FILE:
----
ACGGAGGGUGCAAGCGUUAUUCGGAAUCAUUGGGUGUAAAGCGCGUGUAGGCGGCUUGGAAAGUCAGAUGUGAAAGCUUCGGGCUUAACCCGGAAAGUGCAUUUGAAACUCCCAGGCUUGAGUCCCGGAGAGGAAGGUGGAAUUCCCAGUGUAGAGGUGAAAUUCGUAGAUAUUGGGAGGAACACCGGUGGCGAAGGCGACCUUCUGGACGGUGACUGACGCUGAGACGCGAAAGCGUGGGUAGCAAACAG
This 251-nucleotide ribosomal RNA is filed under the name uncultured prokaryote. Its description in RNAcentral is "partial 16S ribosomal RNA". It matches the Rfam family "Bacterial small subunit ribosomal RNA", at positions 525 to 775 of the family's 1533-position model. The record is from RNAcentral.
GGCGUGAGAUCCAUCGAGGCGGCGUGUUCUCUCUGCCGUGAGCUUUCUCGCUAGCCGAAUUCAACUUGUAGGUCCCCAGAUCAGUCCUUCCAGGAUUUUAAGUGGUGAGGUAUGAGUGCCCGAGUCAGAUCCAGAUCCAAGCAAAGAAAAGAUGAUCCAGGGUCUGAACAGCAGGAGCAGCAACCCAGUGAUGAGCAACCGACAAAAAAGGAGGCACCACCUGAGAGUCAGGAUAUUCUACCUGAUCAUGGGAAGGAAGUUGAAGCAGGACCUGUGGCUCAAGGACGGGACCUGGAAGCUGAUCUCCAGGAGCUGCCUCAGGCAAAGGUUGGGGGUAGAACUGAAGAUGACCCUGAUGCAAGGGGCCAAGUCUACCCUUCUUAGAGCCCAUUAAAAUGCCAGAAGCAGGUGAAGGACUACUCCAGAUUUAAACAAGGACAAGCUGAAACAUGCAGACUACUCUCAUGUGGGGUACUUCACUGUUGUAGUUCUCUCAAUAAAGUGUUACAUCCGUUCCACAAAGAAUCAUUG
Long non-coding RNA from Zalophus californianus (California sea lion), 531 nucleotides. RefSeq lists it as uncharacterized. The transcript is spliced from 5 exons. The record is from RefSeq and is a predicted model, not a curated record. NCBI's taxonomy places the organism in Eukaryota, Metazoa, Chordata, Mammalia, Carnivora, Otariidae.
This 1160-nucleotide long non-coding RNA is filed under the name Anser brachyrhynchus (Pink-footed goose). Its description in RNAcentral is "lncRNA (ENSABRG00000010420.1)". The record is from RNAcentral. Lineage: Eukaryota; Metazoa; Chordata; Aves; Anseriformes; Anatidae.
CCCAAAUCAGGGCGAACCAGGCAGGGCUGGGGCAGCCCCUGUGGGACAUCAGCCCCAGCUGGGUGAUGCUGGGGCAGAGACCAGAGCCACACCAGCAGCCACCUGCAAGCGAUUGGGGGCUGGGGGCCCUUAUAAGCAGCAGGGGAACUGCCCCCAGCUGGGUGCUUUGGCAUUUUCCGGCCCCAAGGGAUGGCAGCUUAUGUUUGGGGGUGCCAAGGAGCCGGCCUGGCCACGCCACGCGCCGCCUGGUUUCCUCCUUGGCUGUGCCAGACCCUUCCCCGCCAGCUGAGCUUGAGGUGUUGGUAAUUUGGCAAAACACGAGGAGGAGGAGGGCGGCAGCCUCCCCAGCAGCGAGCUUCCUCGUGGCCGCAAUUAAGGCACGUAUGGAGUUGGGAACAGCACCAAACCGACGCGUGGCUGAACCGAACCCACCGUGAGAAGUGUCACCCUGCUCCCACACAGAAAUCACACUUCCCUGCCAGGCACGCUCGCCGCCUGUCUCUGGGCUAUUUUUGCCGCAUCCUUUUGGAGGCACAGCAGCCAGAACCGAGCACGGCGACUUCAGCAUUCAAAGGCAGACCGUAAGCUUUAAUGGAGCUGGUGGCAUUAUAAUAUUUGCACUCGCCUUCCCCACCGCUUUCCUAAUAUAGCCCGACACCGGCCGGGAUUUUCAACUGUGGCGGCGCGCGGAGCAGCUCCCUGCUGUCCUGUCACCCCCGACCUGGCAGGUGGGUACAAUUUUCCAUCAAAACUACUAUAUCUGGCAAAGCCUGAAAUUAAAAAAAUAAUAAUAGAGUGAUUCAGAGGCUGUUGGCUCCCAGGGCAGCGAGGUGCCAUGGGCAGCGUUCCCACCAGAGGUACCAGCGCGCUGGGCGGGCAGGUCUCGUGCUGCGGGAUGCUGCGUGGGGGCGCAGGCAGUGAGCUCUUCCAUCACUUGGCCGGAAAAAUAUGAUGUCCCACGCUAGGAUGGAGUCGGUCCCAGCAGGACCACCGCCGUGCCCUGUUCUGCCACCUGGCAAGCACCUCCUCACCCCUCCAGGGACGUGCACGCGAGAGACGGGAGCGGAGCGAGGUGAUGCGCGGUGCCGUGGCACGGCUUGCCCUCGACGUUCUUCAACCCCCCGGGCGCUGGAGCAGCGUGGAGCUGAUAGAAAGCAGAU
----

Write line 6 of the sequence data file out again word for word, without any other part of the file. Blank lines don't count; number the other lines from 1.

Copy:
CCCAAAUCAGGGCGAACCAGGCAGGGCUGGGGCAGCCCCUGUGGGACAUCAGCCCCAGCUGGGUGAUGCUGGGGCAGAGACCAGAGCCACACCAGCAGCCACCUGCAAGCGAUUGGGGGCUGGGGGCCCUUAUAAGCAGCAGGGGAACUGCCCCCAGCUGGGUGCUUUGGCAUUUUCCGGCCCCAAGGGAUGGCAGCUUAUGUUUGGGGGUGCCAAGGAGCCGGCCUGGCCACGCCACGCGCCGCCUGGUUUCCUCCUUGGCUGUGCCAGACCCUUCCCCGCCAGCUGAGCUUGAGGUGUUGGUAAUUUGGCAAAACACGAGGAGGAGGAGGGCGGCAGCCUCCCCAGCAGCGAGCUUCCUCGUGGCCGCAAUUAAGGCACGUAUGGAGUUGGGAACAGCACCAAACCGACGCGUGGCUGAACCGAACCCACCGUGAGAAGUGUCACCCUGCUCCCACACAGAAAUCACACUUCCCUGCCAGGCACGCUCGCCGCCUGUCUCUGGGCUAUUUUUGCCGCAUCCUUUUGGAGGCACAGCAGCCAGAACCGAGCACGGCGACUUCAGCAUUCAAAGGCAGACCGUAAGCUUUAAUGGAGCUGGUGGCAUUAUAAUAUUUGCACUCGCCUUCCCCACCGCUUUCCUAAUAUAGCCCGACACCGGCCGGGAUUUUCAACUGUGGCGGCGCGCGGAGCAGCUCCCUGCUGUCCUGUCACCCCCGACCUGGCAGGUGGGUACAAUUUUCCAUCAAAACUACUAUAUCUGGCAAAGCCUGAAAUUAAAAAAAUAAUAAUAGAGUGAUUCAGAGGCUGUUGGCUCCCAGGGCAGCGAGGUGCCAUGGGCAGCGUUCCCACCAGAGGUACCAGCGCGCUGGGCGGGCAGGUCUCGUGCUGCGGGAUGCUGCGUGGGGGCGCAGGCAGUGAGCUCUUCCAUCACUUGGCCGGAAAAAUAUGAUGUCCCACGCUAGGAUGGAGUCGGUCCCAGCAGGACCACCGCCGUGCCCUGUUCUGCCACCUGGCAAGCACCUCCUCACCCCUCCAGGGACGUGCACGCGAGAGACGGGAGCGGAGCGAGGUGAUGCGCGGUGCCGUGGCACGGCUUGCCCUCGACGUUCUUCAACCCCCCGGGCGCUGGAGCAGCGUGGAGCUGAUAGAAAGCAGAU